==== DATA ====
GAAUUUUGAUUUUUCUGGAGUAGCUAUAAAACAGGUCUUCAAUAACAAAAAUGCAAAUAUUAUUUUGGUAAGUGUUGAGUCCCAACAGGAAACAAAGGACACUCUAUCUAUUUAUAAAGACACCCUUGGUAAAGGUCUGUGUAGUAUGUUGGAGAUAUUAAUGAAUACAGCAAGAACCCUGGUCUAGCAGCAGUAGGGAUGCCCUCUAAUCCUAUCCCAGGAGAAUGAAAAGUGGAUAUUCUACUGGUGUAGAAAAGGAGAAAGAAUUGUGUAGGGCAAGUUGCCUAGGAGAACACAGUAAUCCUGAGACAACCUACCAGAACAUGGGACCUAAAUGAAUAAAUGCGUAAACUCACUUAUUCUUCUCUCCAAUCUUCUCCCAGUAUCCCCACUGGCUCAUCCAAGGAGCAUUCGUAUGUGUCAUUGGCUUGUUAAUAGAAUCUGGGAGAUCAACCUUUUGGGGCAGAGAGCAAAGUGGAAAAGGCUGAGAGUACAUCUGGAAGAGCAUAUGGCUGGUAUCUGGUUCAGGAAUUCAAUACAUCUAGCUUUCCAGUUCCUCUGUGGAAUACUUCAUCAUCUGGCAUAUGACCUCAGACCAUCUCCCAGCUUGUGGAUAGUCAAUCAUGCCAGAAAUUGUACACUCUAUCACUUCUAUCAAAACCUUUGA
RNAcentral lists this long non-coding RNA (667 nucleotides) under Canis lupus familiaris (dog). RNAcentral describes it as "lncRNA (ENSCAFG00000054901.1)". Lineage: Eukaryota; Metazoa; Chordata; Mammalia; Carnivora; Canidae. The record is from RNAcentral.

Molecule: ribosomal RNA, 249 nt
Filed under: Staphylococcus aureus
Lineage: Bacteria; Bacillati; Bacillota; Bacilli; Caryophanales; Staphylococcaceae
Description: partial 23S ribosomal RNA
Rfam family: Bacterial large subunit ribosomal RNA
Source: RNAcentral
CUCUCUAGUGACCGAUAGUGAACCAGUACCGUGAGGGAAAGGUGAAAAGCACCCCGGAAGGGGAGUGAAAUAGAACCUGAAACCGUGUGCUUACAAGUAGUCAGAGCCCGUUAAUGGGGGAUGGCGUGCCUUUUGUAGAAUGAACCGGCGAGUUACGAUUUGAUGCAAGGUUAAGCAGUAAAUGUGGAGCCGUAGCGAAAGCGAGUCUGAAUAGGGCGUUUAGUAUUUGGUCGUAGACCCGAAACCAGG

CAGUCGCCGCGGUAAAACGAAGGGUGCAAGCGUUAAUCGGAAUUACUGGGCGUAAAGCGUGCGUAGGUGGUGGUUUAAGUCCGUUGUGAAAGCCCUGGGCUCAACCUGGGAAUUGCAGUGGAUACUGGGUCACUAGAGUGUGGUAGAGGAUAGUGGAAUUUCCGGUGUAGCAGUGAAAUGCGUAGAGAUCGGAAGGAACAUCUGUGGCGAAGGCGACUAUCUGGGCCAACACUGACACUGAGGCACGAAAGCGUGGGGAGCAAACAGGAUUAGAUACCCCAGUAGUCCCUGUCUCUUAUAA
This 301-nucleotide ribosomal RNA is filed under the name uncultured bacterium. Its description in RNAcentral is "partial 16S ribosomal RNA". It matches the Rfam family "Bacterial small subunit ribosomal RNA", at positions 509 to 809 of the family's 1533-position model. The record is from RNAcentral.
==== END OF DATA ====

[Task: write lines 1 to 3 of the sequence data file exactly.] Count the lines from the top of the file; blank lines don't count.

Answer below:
GAAUUUUGAUUUUUCUGGAGUAGCUAUAAAACAGGUCUUCAAUAACAAAAAUGCAAAUAUUAUUUUGGUAAGUGUUGAGUCCCAACAGGAAACAAAGGACACUCUAUCUAUUUAUAAAGACACCCUUGGUAAAGGUCUGUGUAGUAUGUUGGAGAUAUUAAUGAAUACAGCAAGAACCCUGGUCUAGCAGCAGUAGGGAUGCCCUCUAAUCCUAUCCCAGGAGAAUGAAAAGUGGAUAUUCUACUGGUGUAGAAAAGGAGAAAGAAUUGUGUAGGGCAAGUUGCCUAGGAGAACACAGUAAUCCUGAGACAACCUACCAGAACAUGGGACCUAAAUGAAUAAAUGCGUAAACUCACUUAUUCUUCUCUCCAAUCUUCUCCCAGUAUCCCCACUGGCUCAUCCAAGGAGCAUUCGUAUGUGUCAUUGGCUUGUUAAUAGAAUCUGGGAGAUCAACCUUUUGGGGCAGAGAGCAAAGUGGAAAAGGCUGAGAGUACAUCUGGAAGAGCAUAUGGCUGGUAUCUGGUUCAGGAAUUCAAUACAUCUAGCUUUCCAGUUCCUCUGUGGAAUACUUCAUCAUCUGGCAUAUGACCUCAGACCAUCUCCCAGCUUGUGGAUAGUCAAUCAUGCCAGAAAUUGUACACUCUAUCACUUCUAUCAAAACCUUUGA
RNAcentral lists this long non-coding RNA (667 nucleotides) under Canis lupus familiaris (dog). RNAcentral describes it as "lncRNA (ENSCAFG00000054901.1)". Lineage: Eukaryota; Metazoa; Chordata; Mammalia; Carnivora; Canidae. The record is from RNAcentral.

Molecule: ribosomal RNA, 249 nt